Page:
American singer/songwriter/producer/engineer Aaron Rizzo unveiled his new single “Where Your Lips Have Been” on May 11th.
Inspired by the likes of Tom Petty and Stevie Ray Vaughn, Rizzo released his first project “Blck Tee Shrt” in 2017. The Ithaca-based artist is now back with a soulful-blues-pop record produced by Elliott Lowe and Rizzo.
“Where Your Lips Have Been” was a huge step in a new direction for me. The song is about the feeling of seeing someone that you used to love through drunk goggles leaving the room with someone else. The feeling of not wanting to be with them, but still not wanting to see them with another,” says Rizzo.
“Where Your Lips Have Been” is now available worldwide.
Introduce yourself. What’s your story?
My name is Aaron Rizzo, I was born and raised in the snowy Rochester, NY. I’m a touring musician, recording artist, producer and engineer. I’m currently living in Ithaca, NY finishing up my undergrad in recording.
What got you into music?
What got me into music was my parents. They showed me so much incredible music when I was young that it made me want to pass that torch on. The way music saved my life on multiple occasions is something that I don’t take lightly or for granted, so I feel it’s my responsibility to help people through their lives with harmony and melody.
How did music change your life?
Music changed my life from the moment I heard “Damn the Torpedoes” by Tom Petty and the Heartbreakers. My parents showed me this record when I was 3 or 4, and I fell deeply in love with the sound of this record. This record somehow created a headspace for me that drew every ounce of my being into music. It acted as a stepping stone for me to get into the world of music as a whole. From there, music has helped me to survive severe depression. Every time things got dark, it kept my head above the water. When you go through something like that with music by your side, it’s not something that you ever let go.
At what point did you realize music was more than just a hobby?
It never really made sense to me that music could be considered a hobby. I think I had this mindset because all of my role models were big time musicians like Tom Petty or Stevie Ray Vaughn. Admittedly, this mindset was a bit ignorant considering the fact that not everyone is in it for the long run. However I realized this at a really young age. Discovering music for me was such a vertical moment in the sense that as soon as I picked up a guitar I knew it was what I wanted to do. Everyone has a role in this life. Some people become firefighters, doctors, lawyers or airline pilots. For me it just made sense. All I wanted to do with my free time was play the guitar.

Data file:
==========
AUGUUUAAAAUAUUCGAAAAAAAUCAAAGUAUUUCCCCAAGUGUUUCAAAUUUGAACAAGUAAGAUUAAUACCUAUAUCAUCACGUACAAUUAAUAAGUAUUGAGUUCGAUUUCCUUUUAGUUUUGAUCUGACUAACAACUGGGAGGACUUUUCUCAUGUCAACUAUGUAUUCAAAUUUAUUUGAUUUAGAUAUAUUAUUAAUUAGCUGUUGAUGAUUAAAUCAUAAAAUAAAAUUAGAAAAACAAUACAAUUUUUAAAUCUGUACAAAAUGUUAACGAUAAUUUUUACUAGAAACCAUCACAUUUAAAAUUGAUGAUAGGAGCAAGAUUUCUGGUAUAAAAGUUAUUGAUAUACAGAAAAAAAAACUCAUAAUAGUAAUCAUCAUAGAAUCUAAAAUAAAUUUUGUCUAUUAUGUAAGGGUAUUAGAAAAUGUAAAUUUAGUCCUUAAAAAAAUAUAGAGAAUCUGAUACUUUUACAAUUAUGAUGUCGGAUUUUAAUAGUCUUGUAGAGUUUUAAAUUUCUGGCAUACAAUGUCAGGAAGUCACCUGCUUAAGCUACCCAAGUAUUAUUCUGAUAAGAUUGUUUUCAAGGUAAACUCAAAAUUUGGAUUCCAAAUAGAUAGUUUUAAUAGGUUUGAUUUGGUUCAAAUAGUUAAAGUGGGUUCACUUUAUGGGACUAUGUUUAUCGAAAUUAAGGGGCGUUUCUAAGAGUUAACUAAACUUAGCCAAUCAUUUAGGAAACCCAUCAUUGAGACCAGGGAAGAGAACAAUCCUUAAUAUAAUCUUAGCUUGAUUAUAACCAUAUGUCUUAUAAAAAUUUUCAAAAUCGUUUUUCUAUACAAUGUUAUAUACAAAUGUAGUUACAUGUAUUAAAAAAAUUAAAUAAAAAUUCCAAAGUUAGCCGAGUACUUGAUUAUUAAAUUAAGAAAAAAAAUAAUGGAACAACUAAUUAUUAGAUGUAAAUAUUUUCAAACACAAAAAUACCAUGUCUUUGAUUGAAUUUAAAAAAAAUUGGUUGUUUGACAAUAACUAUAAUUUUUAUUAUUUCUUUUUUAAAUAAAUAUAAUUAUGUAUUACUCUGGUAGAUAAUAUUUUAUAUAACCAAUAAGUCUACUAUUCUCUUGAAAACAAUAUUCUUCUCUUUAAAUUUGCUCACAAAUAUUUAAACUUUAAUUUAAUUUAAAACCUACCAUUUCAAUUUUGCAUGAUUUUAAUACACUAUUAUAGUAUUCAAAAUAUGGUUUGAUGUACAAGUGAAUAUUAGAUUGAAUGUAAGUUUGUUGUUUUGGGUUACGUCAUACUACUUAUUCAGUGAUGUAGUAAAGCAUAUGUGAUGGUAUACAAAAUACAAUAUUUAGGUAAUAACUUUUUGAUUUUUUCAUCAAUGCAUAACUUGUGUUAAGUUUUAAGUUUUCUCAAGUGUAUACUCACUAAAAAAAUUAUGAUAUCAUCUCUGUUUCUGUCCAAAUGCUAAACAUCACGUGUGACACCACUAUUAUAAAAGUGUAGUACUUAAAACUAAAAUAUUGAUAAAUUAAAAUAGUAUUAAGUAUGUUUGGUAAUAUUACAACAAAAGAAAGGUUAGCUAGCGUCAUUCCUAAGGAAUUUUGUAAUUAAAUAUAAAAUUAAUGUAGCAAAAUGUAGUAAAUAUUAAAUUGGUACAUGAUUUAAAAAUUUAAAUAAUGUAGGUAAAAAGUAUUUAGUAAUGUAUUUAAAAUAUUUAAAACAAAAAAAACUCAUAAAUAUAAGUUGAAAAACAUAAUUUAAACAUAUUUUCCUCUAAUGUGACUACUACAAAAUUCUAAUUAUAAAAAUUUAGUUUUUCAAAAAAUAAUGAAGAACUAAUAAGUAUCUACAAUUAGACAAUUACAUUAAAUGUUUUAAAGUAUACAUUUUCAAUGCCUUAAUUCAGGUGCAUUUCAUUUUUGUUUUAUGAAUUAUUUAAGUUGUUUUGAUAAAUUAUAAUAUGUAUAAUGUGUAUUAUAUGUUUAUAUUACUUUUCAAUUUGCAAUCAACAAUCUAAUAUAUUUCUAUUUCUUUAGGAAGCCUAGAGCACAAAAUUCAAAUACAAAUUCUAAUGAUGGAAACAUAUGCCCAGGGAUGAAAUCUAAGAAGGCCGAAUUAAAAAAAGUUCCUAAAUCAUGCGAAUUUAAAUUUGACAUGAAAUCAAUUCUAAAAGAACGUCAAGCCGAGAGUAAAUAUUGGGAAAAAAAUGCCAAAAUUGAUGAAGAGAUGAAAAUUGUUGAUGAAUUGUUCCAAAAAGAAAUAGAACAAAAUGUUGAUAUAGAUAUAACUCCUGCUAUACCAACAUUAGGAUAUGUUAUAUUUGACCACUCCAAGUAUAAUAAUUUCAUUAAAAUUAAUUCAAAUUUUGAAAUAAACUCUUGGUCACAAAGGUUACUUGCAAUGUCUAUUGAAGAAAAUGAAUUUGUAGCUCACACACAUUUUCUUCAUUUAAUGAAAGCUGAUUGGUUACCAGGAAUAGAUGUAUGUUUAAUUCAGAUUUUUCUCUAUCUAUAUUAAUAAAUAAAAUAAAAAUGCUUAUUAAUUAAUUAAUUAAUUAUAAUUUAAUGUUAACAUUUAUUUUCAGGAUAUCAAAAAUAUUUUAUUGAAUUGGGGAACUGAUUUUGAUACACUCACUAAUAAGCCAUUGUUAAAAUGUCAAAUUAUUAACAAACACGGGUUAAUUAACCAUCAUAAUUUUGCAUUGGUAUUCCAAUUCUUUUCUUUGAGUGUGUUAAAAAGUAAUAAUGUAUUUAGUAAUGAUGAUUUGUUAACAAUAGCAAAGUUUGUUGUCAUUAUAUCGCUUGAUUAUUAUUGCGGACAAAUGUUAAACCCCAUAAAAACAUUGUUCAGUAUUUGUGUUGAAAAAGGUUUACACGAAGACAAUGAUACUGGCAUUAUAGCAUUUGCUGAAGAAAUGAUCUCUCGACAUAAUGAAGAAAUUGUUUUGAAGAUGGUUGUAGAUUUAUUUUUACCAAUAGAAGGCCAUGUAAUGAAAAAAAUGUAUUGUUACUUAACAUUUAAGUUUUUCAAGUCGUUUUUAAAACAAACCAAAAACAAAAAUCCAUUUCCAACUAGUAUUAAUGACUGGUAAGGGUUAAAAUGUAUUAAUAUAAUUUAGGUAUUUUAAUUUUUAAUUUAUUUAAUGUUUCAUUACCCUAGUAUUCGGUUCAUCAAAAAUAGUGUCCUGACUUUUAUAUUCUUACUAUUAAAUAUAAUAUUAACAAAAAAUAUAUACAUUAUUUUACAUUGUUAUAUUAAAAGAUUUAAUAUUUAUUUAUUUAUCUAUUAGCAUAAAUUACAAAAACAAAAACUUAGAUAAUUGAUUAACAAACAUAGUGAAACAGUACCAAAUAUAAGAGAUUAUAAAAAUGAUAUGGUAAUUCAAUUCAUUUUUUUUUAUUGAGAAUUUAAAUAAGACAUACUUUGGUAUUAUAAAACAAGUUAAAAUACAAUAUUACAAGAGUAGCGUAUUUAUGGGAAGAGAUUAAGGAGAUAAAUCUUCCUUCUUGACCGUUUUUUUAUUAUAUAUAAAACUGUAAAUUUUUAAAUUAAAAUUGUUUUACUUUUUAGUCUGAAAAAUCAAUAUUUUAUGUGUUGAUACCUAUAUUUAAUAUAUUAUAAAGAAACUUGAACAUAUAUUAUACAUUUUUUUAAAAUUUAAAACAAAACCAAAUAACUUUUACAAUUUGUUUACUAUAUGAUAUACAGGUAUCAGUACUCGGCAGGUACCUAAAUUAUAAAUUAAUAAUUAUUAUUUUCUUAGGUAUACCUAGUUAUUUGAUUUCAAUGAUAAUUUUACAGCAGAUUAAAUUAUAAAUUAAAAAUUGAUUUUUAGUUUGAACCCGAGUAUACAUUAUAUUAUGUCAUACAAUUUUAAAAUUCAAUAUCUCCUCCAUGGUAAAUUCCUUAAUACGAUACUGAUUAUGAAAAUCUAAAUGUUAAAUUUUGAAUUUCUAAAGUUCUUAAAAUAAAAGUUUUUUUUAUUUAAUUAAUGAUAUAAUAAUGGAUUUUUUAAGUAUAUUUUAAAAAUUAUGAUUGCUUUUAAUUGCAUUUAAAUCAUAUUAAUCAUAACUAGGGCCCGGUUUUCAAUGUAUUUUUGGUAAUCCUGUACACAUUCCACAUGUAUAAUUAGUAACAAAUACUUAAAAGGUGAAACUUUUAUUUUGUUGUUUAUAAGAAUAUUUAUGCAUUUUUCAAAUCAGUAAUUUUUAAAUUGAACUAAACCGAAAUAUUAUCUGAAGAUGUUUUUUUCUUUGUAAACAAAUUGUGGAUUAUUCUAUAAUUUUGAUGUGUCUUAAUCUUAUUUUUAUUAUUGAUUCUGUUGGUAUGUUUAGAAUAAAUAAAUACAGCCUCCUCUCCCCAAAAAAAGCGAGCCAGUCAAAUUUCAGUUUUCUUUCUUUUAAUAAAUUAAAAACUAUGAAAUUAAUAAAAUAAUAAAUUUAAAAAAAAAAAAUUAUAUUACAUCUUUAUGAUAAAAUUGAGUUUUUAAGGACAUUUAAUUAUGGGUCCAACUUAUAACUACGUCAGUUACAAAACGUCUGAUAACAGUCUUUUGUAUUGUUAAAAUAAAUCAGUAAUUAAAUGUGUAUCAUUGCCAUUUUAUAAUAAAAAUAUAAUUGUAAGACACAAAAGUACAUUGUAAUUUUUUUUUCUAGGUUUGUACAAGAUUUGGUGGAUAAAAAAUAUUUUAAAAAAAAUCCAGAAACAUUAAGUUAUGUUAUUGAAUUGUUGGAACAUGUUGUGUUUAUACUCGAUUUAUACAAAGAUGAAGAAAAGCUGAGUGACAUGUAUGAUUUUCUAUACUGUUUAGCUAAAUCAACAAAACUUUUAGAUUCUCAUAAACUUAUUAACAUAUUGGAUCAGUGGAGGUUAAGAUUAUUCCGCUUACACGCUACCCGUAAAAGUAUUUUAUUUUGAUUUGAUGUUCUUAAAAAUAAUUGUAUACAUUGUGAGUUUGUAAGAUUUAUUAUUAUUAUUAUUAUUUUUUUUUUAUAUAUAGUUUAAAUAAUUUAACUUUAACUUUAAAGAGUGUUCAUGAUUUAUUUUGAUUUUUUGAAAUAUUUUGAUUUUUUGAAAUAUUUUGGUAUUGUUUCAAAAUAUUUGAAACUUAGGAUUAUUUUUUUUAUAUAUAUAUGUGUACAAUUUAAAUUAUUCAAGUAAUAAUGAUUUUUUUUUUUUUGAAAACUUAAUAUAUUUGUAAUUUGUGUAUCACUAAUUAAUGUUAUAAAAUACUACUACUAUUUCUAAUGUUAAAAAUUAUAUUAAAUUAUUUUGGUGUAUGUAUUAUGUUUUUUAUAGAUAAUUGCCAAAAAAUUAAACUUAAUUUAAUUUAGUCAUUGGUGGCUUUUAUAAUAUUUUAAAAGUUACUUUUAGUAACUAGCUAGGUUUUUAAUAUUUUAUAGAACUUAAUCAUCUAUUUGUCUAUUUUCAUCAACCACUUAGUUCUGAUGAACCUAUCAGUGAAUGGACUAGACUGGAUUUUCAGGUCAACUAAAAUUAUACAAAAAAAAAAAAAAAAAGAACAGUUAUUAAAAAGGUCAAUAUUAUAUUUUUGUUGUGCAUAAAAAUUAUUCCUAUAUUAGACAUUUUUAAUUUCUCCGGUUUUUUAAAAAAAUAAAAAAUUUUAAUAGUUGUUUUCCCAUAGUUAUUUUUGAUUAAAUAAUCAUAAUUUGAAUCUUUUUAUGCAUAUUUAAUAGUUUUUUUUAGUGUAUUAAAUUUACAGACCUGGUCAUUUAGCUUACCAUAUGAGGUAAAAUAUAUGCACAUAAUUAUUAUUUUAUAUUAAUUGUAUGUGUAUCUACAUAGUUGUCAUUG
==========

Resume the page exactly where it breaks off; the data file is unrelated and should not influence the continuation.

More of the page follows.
What’s the first song you’ve ever written? How old were you? What was it about?
I wrote my first song when I was in fourth grade. I can’t remember what the title was, but it was some sort of a pre-pubescent love song. Something about meeting someone in my backyard, I really can’t remember. However, the first real song I wrote for myself was called “Perfect Symmetry”. It’s kind of ironic because it was the first one I wrote, but it’s a concept that still resonates with me today. I remember writing it in my high school library. This song still holds true, and is in fact the concept of the next album I am working on. It’s going to be a really amazing moment recording that song and experiencing that full-circle moment.
“Where Your Lips Have Been” is your new single. What’s the story behind this record? Could you tell us about the songwriting/production process?
“Where Your Lips Have Been” was a huge step in a new direction for me. The song is about the feeling of seeing someone that you used to love through drunk goggles leaving the room with someone else. The feeling of not wanting to be with them, but still not wanting to see them with another. A bad breakup of mine inspired this song. It was also the first song that I collaborated with a producer on. Elliot Lowe and I got together in the studio after I had written the song to see what kind of product we could make. It was an interesting collaboration because he makes mainly electronic music and beats. We set out on this song to do something that was way different for both of us, and I think we achieved that with this single. I had such an amazing time trying new things with this song, and I think it really helped Elliot as well as myself to grow as musicians and human beings.
How did your sound evolve since your first project “Blck Tee shrt”?